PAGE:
Peace,

Denis

Do-overs

Have you ever wanted a “do-over”? A chance to re-take a test? Wriggle out of some obligation? Get back your “non-refundable” deposit? Or choose a different color you’ve painted a wall or dyed your hair?

For me, most of my do-overs involve wishing I hadn’t said something or behaved a certain way. Or wishing I had stood up and spoken up when I was too frightened or apathetic. I regret the times when I was angry and spewed hateful and hurtful words. I am sorry for the times when I stood silently while others made racist, sexist or homophobic remarks and I was too “polite” to call them out. I am ashamed of the times I have laughed at others’ misfortune. I feel guilty for gossiping about others’ trials and tribulations and in finding some perverse pleasure in my superiority. Shame on me!

I think Lent is a time of do-overs. It’s an opportunity for me to shut up or speak up as the case may be. And seek forgiveness.

Lent is a time to reflect on my life and on how my life is entwined with others. What I do (or don’t do) has an impact on my relationship with both the people that I love and know intimately and those I don’t know and may never meet. What I do affects others; in my home, in my neighborhood, in my workplace, and in my world. And most importantly in my relationship with God.

But here’s the good news: God has given me do-overs. A chance to make a new beginning!

Humbled by own my mistakes I can be more considerate of others failings. I can learn to be more patient with myself. Often, I’m reminded by my failures that I am a ‘work in progress’. Sometimes it’s just a subtle reminder that I’m not really in charge of anything other than how I react to the circumstances of my life. Other times I’m slapped in the face with the reality that I just really screwed up! It’s those ‘screwing up’ times that resonate with me. I spend way too much time and energy on the coulda-shoulda-woulda stuff.

Instead, I will thank God for the do-overs. For the second (or third or fourth, etc., etc.) chance(s) I’m given.

And I will humbly accept forgiveness and try again.

Peace,

Denis

Finding God In All The Right Places

I’m an usher at my church. Which means I stand at the back of the place like sort of a friendly sentry, making sure everyone has a seat, and keeping the doors open and closed at the appropriate times, always ready to jump in when someone needs something. Mostly it’s just standing and watching. Of course I’m there to worship as well, but my worship is often distracted by the goings-on of others. God and I have a deal – I pay as much attention as I can. As an adult with attention deficit disorder, being an usher is a blessing. And I’m exactly where I should be.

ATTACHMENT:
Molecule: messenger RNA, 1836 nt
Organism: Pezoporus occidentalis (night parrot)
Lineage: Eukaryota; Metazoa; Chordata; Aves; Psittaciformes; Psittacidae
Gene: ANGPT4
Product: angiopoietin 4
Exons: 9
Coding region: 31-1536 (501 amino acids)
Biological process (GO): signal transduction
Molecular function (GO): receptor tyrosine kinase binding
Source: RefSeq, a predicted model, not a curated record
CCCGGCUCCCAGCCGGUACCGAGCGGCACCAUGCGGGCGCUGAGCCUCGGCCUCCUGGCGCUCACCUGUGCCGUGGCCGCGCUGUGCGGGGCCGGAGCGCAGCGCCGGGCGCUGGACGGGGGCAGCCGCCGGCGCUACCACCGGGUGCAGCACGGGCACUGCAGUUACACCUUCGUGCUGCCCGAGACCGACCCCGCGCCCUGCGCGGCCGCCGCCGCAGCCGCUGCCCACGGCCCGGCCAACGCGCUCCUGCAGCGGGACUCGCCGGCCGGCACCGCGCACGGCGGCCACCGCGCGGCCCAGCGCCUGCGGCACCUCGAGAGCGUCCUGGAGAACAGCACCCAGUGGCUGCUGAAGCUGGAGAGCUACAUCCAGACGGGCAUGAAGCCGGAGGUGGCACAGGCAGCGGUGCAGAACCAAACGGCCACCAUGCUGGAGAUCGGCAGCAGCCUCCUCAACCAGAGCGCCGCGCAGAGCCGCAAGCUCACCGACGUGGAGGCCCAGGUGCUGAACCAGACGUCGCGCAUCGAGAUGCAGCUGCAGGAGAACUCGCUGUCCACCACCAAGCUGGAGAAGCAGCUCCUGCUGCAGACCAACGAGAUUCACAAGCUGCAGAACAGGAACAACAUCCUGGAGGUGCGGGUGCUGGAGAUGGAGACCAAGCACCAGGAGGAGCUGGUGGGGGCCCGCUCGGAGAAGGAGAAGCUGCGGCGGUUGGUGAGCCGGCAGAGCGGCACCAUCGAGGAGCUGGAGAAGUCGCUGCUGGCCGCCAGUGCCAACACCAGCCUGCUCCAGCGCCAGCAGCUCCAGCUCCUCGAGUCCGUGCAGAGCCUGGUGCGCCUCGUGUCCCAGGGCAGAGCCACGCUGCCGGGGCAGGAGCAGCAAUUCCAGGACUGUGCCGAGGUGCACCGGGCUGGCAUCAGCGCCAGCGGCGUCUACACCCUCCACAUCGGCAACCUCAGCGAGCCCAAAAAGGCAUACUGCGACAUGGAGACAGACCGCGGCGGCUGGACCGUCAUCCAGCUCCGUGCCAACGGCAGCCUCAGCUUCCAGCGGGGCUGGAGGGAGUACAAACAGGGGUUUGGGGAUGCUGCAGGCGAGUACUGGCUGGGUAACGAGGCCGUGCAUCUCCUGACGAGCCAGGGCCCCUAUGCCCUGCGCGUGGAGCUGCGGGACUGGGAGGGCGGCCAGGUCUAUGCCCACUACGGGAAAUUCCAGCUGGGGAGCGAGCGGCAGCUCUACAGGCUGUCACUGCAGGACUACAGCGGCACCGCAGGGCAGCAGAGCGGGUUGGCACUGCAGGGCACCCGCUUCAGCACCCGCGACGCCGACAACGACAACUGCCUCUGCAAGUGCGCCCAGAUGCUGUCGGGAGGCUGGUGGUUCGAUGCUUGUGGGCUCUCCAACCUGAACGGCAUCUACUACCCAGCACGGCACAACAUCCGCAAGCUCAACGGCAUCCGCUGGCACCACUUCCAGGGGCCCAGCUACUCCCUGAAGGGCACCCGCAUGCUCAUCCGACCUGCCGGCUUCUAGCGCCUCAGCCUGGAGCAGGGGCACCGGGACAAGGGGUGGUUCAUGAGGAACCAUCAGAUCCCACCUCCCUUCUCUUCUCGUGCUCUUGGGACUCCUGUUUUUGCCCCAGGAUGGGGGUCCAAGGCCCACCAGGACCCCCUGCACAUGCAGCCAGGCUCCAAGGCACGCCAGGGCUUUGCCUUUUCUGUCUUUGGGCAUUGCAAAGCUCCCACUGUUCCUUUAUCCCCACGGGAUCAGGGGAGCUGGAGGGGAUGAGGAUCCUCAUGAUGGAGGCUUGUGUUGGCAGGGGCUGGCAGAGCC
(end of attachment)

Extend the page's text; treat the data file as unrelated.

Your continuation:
I’m often entertained by rambunctious children and their beleaguered parents. I silently chuckle when the parents have reached their breaking point. Given the opportunity I thank them and their dapple-cheeked delinquents for the distraction, particularly during a dry and dull sermon.

Yesterday was no exception. The Gospel reading was the Wedding Feast at Cana. A beautiful story of Jesus’ first public miracle. A tender moment between mother and son. A lovely reminder that weddings and marriages should be celebrated. Instead our associate pastor took the opportunity to drone on about his command of biblical scholarship or something. I honestly don’t know because his message was completely unrelatable and I mentally checked out. I admit I could have tried harder to listen but it was BORING and so my attention quickly turned to the two young families sitting nearby.

Our little miscreants back in the day

The first family had too many children. They were up and down, in and out and looked completely miserable. Had they asked, I could have told them that after our third child was born we realized we were out-numbered and henceforth out-maneuvered. I’m not saying couples shouldn’t have more than two children but they should be informed that somebody’s hand is not going to get held. And those “STOP IT RIGHT NOW” silent stares in church are less effective if you can’t squeeze the aforementioned sweet little hand. I know this from experience. Our three knew how to make the most of church time by poking each other or fighting over a book about how much Jesus loved them or feigning some discomfort and lying on the pew. Not to mention that their tiny little bladders needed to be continuously emptied. If I had a dollar for every trip to the bathroom during mass I could start my own church.

The second family had two boys (perfect number) and were especially well behaved. Not perfect however as the younger boy had a moment or two where he ‘went all limp’ as if the bones in his body had temporarily been removed. But here is the remarkable thing: The Mom kept her composure. The Dad stayed calm and only slightly noticed limp-boy and recognized Mom had things under control. The older brother, who is also very young, either ignored little brother or chose to tolerate his behavior. Not a perfect family but a family in perfect harmony. Simple and profound. And there for me was the Wedding Feast in Cana. A mother devoted to her son and accepting and supporting his behavior. A marriage of two people who complemented one another. A family who by their love and devotion to one another witnessed to this old usher and gave me a sweet journey down memory lane.